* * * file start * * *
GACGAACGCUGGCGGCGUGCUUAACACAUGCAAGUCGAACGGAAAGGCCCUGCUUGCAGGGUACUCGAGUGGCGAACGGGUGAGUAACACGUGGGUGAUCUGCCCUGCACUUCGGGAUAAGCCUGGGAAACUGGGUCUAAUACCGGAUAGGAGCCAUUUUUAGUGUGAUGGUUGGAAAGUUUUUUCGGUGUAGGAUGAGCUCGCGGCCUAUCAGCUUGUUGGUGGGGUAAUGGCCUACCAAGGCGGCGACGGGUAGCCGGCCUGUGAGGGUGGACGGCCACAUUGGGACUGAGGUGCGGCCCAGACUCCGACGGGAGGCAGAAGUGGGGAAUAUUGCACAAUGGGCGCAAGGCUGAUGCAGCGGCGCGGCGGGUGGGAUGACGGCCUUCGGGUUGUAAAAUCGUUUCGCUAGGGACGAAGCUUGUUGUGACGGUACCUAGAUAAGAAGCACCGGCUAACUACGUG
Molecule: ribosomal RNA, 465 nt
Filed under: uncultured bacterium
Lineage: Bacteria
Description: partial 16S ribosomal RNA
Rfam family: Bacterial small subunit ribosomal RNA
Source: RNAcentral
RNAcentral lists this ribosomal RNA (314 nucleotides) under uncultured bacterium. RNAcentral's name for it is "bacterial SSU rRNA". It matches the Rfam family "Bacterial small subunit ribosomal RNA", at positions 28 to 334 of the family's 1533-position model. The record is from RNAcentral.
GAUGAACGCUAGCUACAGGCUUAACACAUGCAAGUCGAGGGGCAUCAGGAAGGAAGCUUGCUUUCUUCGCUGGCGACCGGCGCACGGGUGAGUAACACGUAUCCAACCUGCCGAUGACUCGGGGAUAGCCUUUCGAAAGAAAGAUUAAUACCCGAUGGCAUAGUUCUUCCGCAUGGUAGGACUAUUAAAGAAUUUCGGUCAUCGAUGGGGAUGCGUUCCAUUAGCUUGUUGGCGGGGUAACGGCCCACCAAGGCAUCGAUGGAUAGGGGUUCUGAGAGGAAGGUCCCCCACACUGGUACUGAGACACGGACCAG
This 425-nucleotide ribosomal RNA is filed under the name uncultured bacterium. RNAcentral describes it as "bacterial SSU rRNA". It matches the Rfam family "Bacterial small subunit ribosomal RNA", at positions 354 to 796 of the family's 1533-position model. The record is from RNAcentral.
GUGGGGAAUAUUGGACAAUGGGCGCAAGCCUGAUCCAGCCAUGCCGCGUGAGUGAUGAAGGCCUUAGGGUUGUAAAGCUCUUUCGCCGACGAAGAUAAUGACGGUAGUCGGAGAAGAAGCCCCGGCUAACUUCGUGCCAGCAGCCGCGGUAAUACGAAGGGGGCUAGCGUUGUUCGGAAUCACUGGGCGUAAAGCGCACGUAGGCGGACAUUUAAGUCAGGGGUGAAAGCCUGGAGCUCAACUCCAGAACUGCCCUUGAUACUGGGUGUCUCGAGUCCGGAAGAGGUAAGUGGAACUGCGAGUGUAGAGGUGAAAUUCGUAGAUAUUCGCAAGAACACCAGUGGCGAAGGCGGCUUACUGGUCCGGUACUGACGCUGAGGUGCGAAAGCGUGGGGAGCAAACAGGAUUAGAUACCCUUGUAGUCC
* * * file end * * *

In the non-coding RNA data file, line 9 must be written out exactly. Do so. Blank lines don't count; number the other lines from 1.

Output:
GAUGAACGCUAGCUACAGGCUUAACACAUGCAAGUCGAGGGGCAUCAGGAAGGAAGCUUGCUUUCUUCGCUGGCGACCGGCGCACGGGUGAGUAACACGUAUCCAACCUGCCGAUGACUCGGGGAUAGCCUUUCGAAAGAAAGAUUAAUACCCGAUGGCAUAGUUCUUCCGCAUGGUAGGACUAUUAAAGAAUUUCGGUCAUCGAUGGGGAUGCGUUCCAUUAGCUUGUUGGCGGGGUAACGGCCCACCAAGGCAUCGAUGGAUAGGGGUUCUGAGAGGAAGGUCCCCCACACUGGUACUGAGACACGGACCAG